The first group of potential jurors were interviewed by both the defense and the state on Monday afternoon in the George Zimmerman second-degree murder trial.
The first juror, being called "B 12" to keep her identity a secret, is a white female in her mid-40s. Prosecutor Bernie de la Rionda and Zimmerman attorney Mark O'Mara questioned her, along with three other jurors named "B76," "B30" and "B29." The four questioned included three women and one man.
The remaining prospective jurors were given instructions over what to do overnight and court was recessed for the day.
The first 100 potential jurors were introduced to the judge, lawyers and defendant Monday morning, then handed a questionnaire that, a source tells Local 6, does not inquire very far beyond basic biographical data. Specifically, jurors were questioned about dealing with the hardship about sitting on a jury for perhaps six weeks.
The juror questionnaire will be released to the public when the jury is selected, officials said.
Zimmerman's wife Shellie joined other family members behind the defense table, while Martin's father and mother sat with their attorneys behind the prosecution table in the fifth-floor courtroom.
After denying a third defense attempt to delay the trial, Judge Debra Nelson said she would begin calling potential jurors to the courtroom soon after attorneys received and began reviewing the completed questionnaires.
"We will review those and send jurors up one at a time for individual voir dire," Nelson said. "Once we have 21 of those people, we will start our regular jury selection process."
Each juror will be interviewed, but ultimately, the court is only looking to identify six jurors who will determine if Zimmerman is guilty of the second-degree murder in the shooting death of Trayvon Martin. An additional four alternate jurors are also being sought.
In addition to being allowed to challenge each juror for cause (such as an expressed, unmitigated bias, or a severe hardship), each side will begin the process with 10 pre-emptory challenges. That means they could ask for someone to to stricken for almost any reason.
Attorneys and Zimmerman went to the jury assembly room to be introduced to prospective jurors.
Nelson has ordered that the identities of the jurors to be kept confidential, as well as where they work, or any other personal information.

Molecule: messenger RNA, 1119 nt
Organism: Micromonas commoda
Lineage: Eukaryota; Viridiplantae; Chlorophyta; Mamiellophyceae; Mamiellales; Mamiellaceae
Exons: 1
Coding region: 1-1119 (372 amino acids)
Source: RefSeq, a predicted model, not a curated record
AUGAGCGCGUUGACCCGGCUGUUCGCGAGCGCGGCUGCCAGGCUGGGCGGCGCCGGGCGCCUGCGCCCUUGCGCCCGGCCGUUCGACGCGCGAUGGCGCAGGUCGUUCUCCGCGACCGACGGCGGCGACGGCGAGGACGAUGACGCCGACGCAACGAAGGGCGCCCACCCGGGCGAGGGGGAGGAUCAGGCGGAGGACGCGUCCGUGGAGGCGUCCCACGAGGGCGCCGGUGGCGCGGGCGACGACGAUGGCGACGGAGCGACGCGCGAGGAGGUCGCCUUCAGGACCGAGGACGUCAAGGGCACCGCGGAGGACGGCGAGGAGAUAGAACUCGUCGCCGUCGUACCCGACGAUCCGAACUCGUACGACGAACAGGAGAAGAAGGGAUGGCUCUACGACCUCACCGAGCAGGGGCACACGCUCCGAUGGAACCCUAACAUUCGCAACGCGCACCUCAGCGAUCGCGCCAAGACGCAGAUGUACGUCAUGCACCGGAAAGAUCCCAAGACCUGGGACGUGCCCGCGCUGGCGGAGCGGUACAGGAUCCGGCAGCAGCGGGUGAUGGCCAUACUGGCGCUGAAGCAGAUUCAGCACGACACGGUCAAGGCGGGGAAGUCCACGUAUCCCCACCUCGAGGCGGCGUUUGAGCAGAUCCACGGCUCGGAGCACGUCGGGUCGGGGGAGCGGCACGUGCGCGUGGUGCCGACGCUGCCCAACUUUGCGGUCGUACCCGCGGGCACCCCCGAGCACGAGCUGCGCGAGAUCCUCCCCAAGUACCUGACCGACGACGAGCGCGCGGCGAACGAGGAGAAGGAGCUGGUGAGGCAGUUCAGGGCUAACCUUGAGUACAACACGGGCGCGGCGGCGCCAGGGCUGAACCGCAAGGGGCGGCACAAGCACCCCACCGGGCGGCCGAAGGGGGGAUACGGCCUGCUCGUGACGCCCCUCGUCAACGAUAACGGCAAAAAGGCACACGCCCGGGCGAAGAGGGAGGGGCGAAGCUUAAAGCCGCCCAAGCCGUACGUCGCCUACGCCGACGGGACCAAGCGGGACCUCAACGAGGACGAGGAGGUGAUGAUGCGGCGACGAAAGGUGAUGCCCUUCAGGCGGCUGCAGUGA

Zimmerman's attorneys are also expected to spend a great deal of time talking to potential jurors about Zimmerman's right to remain silent because it's unclear if he'll testify in trial.
Attorneys will also ask prospective jurors if they'll need to hear from Zimmerman himself to determine if he's innocent or guilty.
Before selection began, O’Mara, Local 6's former legal analyst argued for the trial delay on Monday morning, saying more time is needed to go over recently obtained evidence from Trayvon Martin’s phone and for state audio expert Alan Reich’s report.
“We’re not fully ready ,” said O’Mara, seeking a continuance of at least two weeks as Zimmerman sat in court, wearing a blue sport coat, dress shirt and tie. "We have issues that I do not want to come up in trial because we were not otherwise prepared because of time."
O'Mara also said he needs time to interview Benjamin Crump, an attorney for Martin's family.
The state objected the motion to delay.
Nelson must also listen to final testimony, and then rule on whether voice recognition experts can be allowed to testify at trial. Pretrial testimony on whether experts could determine if Martin or Zimmerman was screaming for help on 911 calls took three days last week, but the matter is still unresolved.
After 16 months of questions, controversies and protests, the stage is carefully being set for Zimmerman's trial, which is expected to last more than a month.
About a dozen protestors lined up outside the Seminole County courthouse Monday morning, holding signs in favor of Martin. One of the signs read, "we say no more," and others had picture of Martin in a hooded sweatshirt.
The emotionally-charged case has drawn worldwide attention, sparking a national debate about race, equal justice and gun control.